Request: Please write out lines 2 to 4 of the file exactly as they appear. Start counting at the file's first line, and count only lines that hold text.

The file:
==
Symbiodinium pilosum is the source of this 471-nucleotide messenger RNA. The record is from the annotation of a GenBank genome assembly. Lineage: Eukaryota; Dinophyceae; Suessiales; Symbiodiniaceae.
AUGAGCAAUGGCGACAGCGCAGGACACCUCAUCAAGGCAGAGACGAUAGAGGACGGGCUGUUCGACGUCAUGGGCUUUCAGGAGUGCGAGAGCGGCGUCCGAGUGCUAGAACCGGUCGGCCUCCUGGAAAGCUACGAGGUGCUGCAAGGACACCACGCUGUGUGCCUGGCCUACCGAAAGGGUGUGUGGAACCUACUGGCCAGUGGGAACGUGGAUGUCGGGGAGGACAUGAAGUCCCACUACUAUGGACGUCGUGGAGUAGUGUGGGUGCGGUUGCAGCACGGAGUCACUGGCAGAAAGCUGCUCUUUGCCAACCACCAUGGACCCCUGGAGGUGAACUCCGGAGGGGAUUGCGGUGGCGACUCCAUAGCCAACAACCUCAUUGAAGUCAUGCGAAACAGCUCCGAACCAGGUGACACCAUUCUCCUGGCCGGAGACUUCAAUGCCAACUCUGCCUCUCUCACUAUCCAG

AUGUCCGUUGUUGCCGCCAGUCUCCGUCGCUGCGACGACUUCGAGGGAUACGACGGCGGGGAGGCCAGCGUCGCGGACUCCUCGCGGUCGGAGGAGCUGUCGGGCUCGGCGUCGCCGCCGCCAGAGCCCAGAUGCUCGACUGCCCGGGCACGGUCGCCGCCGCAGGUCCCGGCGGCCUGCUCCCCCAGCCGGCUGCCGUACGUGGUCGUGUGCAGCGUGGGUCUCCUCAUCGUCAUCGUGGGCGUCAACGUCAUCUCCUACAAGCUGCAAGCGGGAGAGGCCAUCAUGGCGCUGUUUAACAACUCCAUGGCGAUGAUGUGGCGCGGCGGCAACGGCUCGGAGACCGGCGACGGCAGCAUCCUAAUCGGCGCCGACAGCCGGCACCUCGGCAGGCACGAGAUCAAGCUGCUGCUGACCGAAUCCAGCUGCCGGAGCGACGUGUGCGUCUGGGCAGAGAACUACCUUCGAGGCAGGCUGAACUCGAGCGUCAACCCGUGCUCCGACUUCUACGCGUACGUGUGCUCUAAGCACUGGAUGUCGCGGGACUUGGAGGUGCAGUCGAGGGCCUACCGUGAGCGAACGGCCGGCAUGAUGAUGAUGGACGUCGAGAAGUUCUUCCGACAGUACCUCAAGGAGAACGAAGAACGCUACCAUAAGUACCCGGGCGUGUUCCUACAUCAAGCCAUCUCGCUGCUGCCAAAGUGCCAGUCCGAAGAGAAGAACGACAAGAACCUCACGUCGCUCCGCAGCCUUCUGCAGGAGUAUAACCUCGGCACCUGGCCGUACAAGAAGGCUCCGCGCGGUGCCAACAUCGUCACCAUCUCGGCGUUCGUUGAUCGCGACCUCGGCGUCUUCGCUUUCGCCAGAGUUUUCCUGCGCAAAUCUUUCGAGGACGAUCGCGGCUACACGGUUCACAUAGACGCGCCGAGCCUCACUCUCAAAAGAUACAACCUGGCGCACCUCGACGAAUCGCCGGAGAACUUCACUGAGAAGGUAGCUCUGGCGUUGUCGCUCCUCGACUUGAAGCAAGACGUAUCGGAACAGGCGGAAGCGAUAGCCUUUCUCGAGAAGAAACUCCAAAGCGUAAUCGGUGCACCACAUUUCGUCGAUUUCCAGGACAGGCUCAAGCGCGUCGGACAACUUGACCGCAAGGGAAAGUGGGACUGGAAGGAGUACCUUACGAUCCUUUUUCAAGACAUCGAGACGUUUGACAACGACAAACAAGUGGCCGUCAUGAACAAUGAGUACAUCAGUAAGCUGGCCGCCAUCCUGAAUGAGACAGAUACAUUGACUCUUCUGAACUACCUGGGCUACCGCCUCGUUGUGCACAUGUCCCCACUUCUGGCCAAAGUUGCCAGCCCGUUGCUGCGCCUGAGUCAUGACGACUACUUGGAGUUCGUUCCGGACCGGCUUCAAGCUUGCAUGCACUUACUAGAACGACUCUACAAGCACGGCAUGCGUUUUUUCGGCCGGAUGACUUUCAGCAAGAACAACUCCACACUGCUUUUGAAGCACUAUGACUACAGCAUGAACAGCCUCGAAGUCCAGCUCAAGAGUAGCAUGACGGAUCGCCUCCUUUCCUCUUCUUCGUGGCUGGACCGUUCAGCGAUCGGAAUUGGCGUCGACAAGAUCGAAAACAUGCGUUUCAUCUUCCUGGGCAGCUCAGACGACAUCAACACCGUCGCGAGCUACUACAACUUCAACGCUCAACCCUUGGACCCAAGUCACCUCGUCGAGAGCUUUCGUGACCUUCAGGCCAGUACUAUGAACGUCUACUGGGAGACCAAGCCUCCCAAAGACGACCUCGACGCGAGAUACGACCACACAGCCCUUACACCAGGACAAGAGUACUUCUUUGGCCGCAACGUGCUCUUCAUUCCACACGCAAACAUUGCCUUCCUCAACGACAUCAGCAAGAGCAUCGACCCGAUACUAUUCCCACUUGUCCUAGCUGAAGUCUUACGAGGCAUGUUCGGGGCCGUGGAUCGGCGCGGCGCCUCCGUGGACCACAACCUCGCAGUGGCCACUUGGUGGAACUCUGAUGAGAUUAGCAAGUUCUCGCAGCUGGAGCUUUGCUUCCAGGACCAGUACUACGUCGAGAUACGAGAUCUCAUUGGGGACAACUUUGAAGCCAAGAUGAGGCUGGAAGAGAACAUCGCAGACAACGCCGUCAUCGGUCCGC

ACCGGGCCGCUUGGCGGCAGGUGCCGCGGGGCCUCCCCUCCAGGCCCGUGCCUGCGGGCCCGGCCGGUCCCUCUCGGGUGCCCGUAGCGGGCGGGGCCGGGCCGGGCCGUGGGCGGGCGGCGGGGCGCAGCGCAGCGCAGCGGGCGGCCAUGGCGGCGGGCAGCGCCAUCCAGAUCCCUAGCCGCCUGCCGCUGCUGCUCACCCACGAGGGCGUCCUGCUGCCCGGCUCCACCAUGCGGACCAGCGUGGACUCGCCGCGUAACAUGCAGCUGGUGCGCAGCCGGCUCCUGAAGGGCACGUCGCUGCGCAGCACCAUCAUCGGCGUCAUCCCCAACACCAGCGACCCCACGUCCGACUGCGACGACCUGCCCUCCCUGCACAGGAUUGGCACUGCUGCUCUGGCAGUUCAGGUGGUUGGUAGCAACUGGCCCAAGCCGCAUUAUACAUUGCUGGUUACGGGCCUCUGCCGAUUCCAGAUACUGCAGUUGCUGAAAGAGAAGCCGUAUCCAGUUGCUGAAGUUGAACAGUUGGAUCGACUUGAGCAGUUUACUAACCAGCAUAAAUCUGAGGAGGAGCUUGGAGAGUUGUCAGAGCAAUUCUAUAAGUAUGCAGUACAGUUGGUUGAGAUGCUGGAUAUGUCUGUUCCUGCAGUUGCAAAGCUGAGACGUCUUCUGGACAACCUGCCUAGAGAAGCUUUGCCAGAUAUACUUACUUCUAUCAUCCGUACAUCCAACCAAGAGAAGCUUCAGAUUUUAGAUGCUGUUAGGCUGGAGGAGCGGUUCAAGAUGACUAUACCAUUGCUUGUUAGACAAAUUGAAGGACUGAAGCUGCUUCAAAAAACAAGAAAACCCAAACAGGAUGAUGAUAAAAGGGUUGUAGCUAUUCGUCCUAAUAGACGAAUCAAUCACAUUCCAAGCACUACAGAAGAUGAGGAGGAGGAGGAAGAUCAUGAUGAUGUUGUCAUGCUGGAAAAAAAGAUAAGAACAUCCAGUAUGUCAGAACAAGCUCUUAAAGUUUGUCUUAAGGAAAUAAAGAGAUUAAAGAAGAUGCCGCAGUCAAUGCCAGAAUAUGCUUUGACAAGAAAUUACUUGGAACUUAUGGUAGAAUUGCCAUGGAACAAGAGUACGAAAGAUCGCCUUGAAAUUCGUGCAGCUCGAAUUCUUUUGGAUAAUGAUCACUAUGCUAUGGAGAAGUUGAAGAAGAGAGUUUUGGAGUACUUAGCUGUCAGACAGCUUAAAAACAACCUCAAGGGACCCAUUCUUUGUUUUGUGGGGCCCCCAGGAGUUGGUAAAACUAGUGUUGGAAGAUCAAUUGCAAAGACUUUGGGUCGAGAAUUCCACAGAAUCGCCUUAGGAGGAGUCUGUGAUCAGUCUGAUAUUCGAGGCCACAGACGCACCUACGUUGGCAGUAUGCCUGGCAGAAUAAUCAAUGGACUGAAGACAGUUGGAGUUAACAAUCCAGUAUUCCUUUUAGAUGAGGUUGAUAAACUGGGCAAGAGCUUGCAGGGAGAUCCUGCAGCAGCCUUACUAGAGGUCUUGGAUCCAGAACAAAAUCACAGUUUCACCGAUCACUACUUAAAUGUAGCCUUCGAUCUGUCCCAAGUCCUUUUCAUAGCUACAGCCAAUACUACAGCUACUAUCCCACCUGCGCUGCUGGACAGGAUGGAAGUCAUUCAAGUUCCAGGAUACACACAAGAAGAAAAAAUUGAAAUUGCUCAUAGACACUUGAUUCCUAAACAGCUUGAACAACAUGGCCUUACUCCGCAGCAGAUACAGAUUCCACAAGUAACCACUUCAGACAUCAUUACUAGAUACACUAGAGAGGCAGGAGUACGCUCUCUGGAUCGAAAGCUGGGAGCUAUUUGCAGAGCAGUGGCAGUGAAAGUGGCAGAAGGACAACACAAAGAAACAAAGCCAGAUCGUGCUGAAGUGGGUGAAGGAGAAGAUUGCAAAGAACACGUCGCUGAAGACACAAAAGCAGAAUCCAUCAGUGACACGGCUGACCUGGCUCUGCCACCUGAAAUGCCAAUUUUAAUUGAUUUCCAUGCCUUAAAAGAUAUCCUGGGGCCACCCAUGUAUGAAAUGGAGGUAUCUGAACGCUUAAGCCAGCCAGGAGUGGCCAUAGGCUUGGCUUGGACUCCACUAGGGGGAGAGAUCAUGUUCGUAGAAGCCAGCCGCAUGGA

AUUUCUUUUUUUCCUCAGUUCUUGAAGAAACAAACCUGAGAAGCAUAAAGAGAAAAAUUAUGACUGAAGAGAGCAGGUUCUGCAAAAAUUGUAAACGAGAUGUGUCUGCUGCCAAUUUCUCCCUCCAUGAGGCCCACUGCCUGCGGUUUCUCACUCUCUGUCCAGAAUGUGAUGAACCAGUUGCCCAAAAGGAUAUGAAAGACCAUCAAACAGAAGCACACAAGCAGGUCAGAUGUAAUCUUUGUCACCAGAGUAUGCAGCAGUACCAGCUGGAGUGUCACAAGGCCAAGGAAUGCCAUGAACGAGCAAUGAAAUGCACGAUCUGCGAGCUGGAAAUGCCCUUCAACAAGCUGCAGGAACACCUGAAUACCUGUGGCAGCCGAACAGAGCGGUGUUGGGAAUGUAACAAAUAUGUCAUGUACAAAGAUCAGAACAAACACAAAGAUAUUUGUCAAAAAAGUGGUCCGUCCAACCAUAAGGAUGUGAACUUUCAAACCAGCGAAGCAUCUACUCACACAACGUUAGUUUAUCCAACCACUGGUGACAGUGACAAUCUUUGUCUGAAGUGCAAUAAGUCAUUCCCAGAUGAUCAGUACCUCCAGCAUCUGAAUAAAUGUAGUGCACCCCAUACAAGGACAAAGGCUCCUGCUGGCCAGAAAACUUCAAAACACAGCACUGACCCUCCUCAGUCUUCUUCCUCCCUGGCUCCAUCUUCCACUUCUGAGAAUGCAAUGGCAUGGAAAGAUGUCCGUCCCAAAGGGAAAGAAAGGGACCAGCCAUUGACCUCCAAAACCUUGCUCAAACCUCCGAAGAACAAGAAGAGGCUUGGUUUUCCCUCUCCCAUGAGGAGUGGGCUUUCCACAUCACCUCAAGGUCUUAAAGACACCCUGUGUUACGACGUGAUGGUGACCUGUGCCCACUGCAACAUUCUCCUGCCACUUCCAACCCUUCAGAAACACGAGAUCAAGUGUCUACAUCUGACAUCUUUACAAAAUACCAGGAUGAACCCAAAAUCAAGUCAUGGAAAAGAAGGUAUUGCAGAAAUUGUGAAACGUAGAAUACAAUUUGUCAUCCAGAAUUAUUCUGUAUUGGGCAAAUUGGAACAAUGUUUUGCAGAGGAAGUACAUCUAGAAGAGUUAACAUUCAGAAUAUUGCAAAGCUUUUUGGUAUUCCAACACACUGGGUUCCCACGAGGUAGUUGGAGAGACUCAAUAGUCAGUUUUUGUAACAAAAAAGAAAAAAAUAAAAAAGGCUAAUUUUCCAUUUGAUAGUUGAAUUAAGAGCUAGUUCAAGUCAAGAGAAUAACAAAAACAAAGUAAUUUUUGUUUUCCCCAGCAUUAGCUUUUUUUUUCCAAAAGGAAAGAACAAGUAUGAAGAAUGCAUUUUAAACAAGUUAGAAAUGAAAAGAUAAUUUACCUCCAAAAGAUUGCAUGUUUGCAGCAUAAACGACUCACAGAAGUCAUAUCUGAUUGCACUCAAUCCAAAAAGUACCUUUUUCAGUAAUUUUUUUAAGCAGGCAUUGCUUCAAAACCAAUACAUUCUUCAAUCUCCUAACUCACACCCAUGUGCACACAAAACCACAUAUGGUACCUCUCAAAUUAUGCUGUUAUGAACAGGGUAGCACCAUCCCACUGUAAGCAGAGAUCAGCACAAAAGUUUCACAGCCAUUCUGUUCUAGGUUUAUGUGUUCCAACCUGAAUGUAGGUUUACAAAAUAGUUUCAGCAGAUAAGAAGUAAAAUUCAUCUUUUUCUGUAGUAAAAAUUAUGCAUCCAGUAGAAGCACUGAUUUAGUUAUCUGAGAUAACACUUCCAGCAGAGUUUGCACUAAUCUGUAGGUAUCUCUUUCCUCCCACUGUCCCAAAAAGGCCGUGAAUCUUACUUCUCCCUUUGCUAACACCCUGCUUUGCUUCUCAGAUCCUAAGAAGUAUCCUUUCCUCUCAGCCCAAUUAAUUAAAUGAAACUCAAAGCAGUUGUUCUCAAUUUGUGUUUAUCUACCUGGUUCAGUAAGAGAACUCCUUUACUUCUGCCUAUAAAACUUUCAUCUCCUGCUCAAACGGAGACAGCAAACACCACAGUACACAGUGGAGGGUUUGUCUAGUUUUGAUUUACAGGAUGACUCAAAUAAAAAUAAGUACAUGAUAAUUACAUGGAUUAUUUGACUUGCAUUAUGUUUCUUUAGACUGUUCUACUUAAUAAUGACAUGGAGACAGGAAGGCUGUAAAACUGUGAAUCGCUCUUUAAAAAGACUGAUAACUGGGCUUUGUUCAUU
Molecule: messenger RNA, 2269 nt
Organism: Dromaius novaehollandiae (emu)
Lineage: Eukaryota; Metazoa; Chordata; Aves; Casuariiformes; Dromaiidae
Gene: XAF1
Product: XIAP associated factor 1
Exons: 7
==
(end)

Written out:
AUGAGCAAUGGCGACAGCGCAGGACACCUCAUCAAGGCAGAGACGAUAGAGGACGGGCUGUUCGACGUCAUGGGCUUUCAGGAGUGCGAGAGCGGCGUCCGAGUGCUAGAACCGGUCGGCCUCCUGGAAAGCUACGAGGUGCUGCAAGGACACCACGCUGUGUGCCUGGCCUACCGAAAGGGUGUGUGGAACCUACUGGCCAGUGGGAACGUGGAUGUCGGGGAGGACAUGAAGUCCCACUACUAUGGACGUCGUGGAGUAGUGUGGGUGCGGUUGCAGCACGGAGUCACUGGCAGAAAGCUGCUCUUUGCCAACCACCAUGGACCCCUGGAGGUGAACUCCGGAGGGGAUUGCGGUGGCGACUCCAUAGCCAACAACCUCAUUGAAGUCAUGCGAAACAGCUCCGAACCAGGUGACACCAUUCUCCUGGCCGGAGACUUCAAUGCCAACUCUGCCUCUCUCACUAUCCAG

AUGUCCGUUGUUGCCGCCAGUCUCCGUCGCUGCGACGACUUCGAGGGAUACGACGGCGGGGAGGCCAGCGUCGCGGACUCCUCGCGGUCGGAGGAGCUGUCGGGCUCGGCGUCGCCGCCGCCAGAGCCCAGAUGCUCGACUGCCCGGGCACGGUCGCCGCCGCAGGUCCCGGCGGCCUGCUCCCCCAGCCGGCUGCCGUACGUGGUCGUGUGCAGCGUGGGUCUCCUCAUCGUCAUCGUGGGCGUCAACGUCAUCUCCUACAAGCUGCAAGCGGGAGAGGCCAUCAUGGCGCUGUUUAACAACUCCAUGGCGAUGAUGUGGCGCGGCGGCAACGGCUCGGAGACCGGCGACGGCAGCAUCCUAAUCGGCGCCGACAGCCGGCACCUCGGCAGGCACGAGAUCAAGCUGCUGCUGACCGAAUCCAGCUGCCGGAGCGACGUGUGCGUCUGGGCAGAGAACUACCUUCGAGGCAGGCUGAACUCGAGCGUCAACCCGUGCUCCGACUUCUACGCGUACGUGUGCUCUAAGCACUGGAUGUCGCGGGACUUGGAGGUGCAGUCGAGGGCCUACCGUGAGCGAACGGCCGGCAUGAUGAUGAUGGACGUCGAGAAGUUCUUCCGACAGUACCUCAAGGAGAACGAAGAACGCUACCAUAAGUACCCGGGCGUGUUCCUACAUCAAGCCAUCUCGCUGCUGCCAAAGUGCCAGUCCGAAGAGAAGAACGACAAGAACCUCACGUCGCUCCGCAGCCUUCUGCAGGAGUAUAACCUCGGCACCUGGCCGUACAAGAAGGCUCCGCGCGGUGCCAACAUCGUCACCAUCUCGGCGUUCGUUGAUCGCGACCUCGGCGUCUUCGCUUUCGCCAGAGUUUUCCUGCGCAAAUCUUUCGAGGACGAUCGCGGCUACACGGUUCACAUAGACGCGCCGAGCCUCACUCUCAAAAGAUACAACCUGGCGCACCUCGACGAAUCGCCGGAGAACUUCACUGAGAAGGUAGCUCUGGCGUUGUCGCUCCUCGACUUGAAGCAAGACGUAUCGGAACAGGCGGAAGCGAUAGCCUUUCUCGAGAAGAAACUCCAAAGCGUAAUCGGUGCACCACAUUUCGUCGAUUUCCAGGACAGGCUCAAGCGCGUCGGACAACUUGACCGCAAGGGAAAGUGGGACUGGAAGGAGUACCUUACGAUCCUUUUUCAAGACAUCGAGACGUUUGACAACGACAAACAAGUGGCCGUCAUGAACAAUGAGUACAUCAGUAAGCUGGCCGCCAUCCUGAAUGAGACAGAUACAUUGACUCUUCUGAACUACCUGGGCUACCGCCUCGUUGUGCACAUGUCCCCACUUCUGGCCAAAGUUGCCAGCCCGUUGCUGCGCCUGAGUCAUGACGACUACUUGGAGUUCGUUCCGGACCGGCUUCAAGCUUGCAUGCACUUACUAGAACGACUCUACAAGCACGGCAUGCGUUUUUUCGGCCGGAUGACUUUCAGCAAGAACAACUCCACACUGCUUUUGAAGCACUAUGACUACAGCAUGAACAGCCUCGAAGUCCAGCUCAAGAGUAGCAUGACGGAUCGCCUCCUUUCCUCUUCUUCGUGGCUGGACCGUUCAGCGAUCGGAAUUGGCGUCGACAAGAUCGAAAACAUGCGUUUCAUCUUCCUGGGCAGCUCAGACGACAUCAACACCGUCGCGAGCUACUACAACUUCAACGCUCAACCCUUGGACCCAAGUCACCUCGUCGAGAGCUUUCGUGACCUUCAGGCCAGUACUAUGAACGUCUACUGGGAGACCAAGCCUCCCAAAGACGACCUCGACGCGAGAUACGACCACACAGCCCUUACACCAGGACAAGAGUACUUCUUUGGCCGCAACGUGCUCUUCAUUCCACACGCAAACAUUGCCUUCCUCAACGACAUCAGCAAGAGCAUCGACCCGAUACUAUUCCCACUUGUCCUAGCUGAAGUCUUACGAGGCAUGUUCGGGGCCGUGGAUCGGCGCGGCGCCUCCGUGGACCACAACCUCGCAGUGGCCACUUGGUGGAACUCUGAUGAGAUUAGCAAGUUCUCGCAGCUGGAGCUUUGCUUCCAGGACCAGUACUACGUCGAGAUACGAGAUCUCAUUGGGGACAACUUUGAAGCCAAGAUGAGGCUGGAAGAGAACAUCGCAGACAACGCCGUCAUCGGUCCGC

ACCGGGCCGCUUGGCGGCAGGUGCCGCGGGGCCUCCCCUCCAGGCCCGUGCCUGCGGGCCCGGCCGGUCCCUCUCGGGUGCCCGUAGCGGGCGGGGCCGGGCCGGGCCGUGGGCGGGCGGCGGGGCGCAGCGCAGCGCAGCGGGCGGCCAUGGCGGCGGGCAGCGCCAUCCAGAUCCCUAGCCGCCUGCCGCUGCUGCUCACCCACGAGGGCGUCCUGCUGCCCGGCUCCACCAUGCGGACCAGCGUGGACUCGCCGCGUAACAUGCAGCUGGUGCGCAGCCGGCUCCUGAAGGGCACGUCGCUGCGCAGCACCAUCAUCGGCGUCAUCCCCAACACCAGCGACCCCACGUCCGACUGCGACGACCUGCCCUCCCUGCACAGGAUUGGCACUGCUGCUCUGGCAGUUCAGGUGGUUGGUAGCAACUGGCCCAAGCCGCAUUAUACAUUGCUGGUUACGGGCCUCUGCCGAUUCCAGAUACUGCAGUUGCUGAAAGAGAAGCCGUAUCCAGUUGCUGAAGUUGAACAGUUGGAUCGACUUGAGCAGUUUACUAACCAGCAUAAAUCUGAGGAGGAGCUUGGAGAGUUGUCAGAGCAAUUCUAUAAGUAUGCAGUACAGUUGGUUGAGAUGCUGGAUAUGUCUGUUCCUGCAGUUGCAAAGCUGAGACGUCUUCUGGACAACCUGCCUAGAGAAGCUUUGCCAGAUAUACUUACUUCUAUCAUCCGUACAUCCAACCAAGAGAAGCUUCAGAUUUUAGAUGCUGUUAGGCUGGAGGAGCGGUUCAAGAUGACUAUACCAUUGCUUGUUAGACAAAUUGAAGGACUGAAGCUGCUUCAAAAAACAAGAAAACCCAAACAGGAUGAUGAUAAAAGGGUUGUAGCUAUUCGUCCUAAUAGACGAAUCAAUCACAUUCCAAGCACUACAGAAGAUGAGGAGGAGGAGGAAGAUCAUGAUGAUGUUGUCAUGCUGGAAAAAAAGAUAAGAACAUCCAGUAUGUCAGAACAAGCUCUUAAAGUUUGUCUUAAGGAAAUAAAGAGAUUAAAGAAGAUGCCGCAGUCAAUGCCAGAAUAUGCUUUGACAAGAAAUUACUUGGAACUUAUGGUAGAAUUGCCAUGGAACAAGAGUACGAAAGAUCGCCUUGAAAUUCGUGCAGCUCGAAUUCUUUUGGAUAAUGAUCACUAUGCUAUGGAGAAGUUGAAGAAGAGAGUUUUGGAGUACUUAGCUGUCAGACAGCUUAAAAACAACCUCAAGGGACCCAUUCUUUGUUUUGUGGGGCCCCCAGGAGUUGGUAAAACUAGUGUUGGAAGAUCAAUUGCAAAGACUUUGGGUCGAGAAUUCCACAGAAUCGCCUUAGGAGGAGUCUGUGAUCAGUCUGAUAUUCGAGGCCACAGACGCACCUACGUUGGCAGUAUGCCUGGCAGAAUAAUCAAUGGACUGAAGACAGUUGGAGUUAACAAUCCAGUAUUCCUUUUAGAUGAGGUUGAUAAACUGGGCAAGAGCUUGCAGGGAGAUCCUGCAGCAGCCUUACUAGAGGUCUUGGAUCCAGAACAAAAUCACAGUUUCACCGAUCACUACUUAAAUGUAGCCUUCGAUCUGUCCCAAGUCCUUUUCAUAGCUACAGCCAAUACUACAGCUACUAUCCCACCUGCGCUGCUGGACAGGAUGGAAGUCAUUCAAGUUCCAGGAUACACACAAGAAGAAAAAAUUGAAAUUGCUCAUAGACACUUGAUUCCUAAACAGCUUGAACAACAUGGCCUUACUCCGCAGCAGAUACAGAUUCCACAAGUAACCACUUCAGACAUCAUUACUAGAUACACUAGAGAGGCAGGAGUACGCUCUCUGGAUCGAAAGCUGGGAGCUAUUUGCAGAGCAGUGGCAGUGAAAGUGGCAGAAGGACAACACAAAGAAACAAAGCCAGAUCGUGCUGAAGUGGGUGAAGGAGAAGAUUGCAAAGAACACGUCGCUGAAGACACAAAAGCAGAAUCCAUCAGUGACACGGCUGACCUGGCUCUGCCACCUGAAAUGCCAAUUUUAAUUGAUUUCCAUGCCUUAAAAGAUAUCCUGGGGCCACCCAUGUAUGAAAUGGAGGUAUCUGAACGCUUAAGCCAGCCAGGAGUGGCCAUAGGCUUGGCUUGGACUCCACUAGGGGGAGAGAUCAUGUUCGUAGAAGCCAGCCGCAUGGA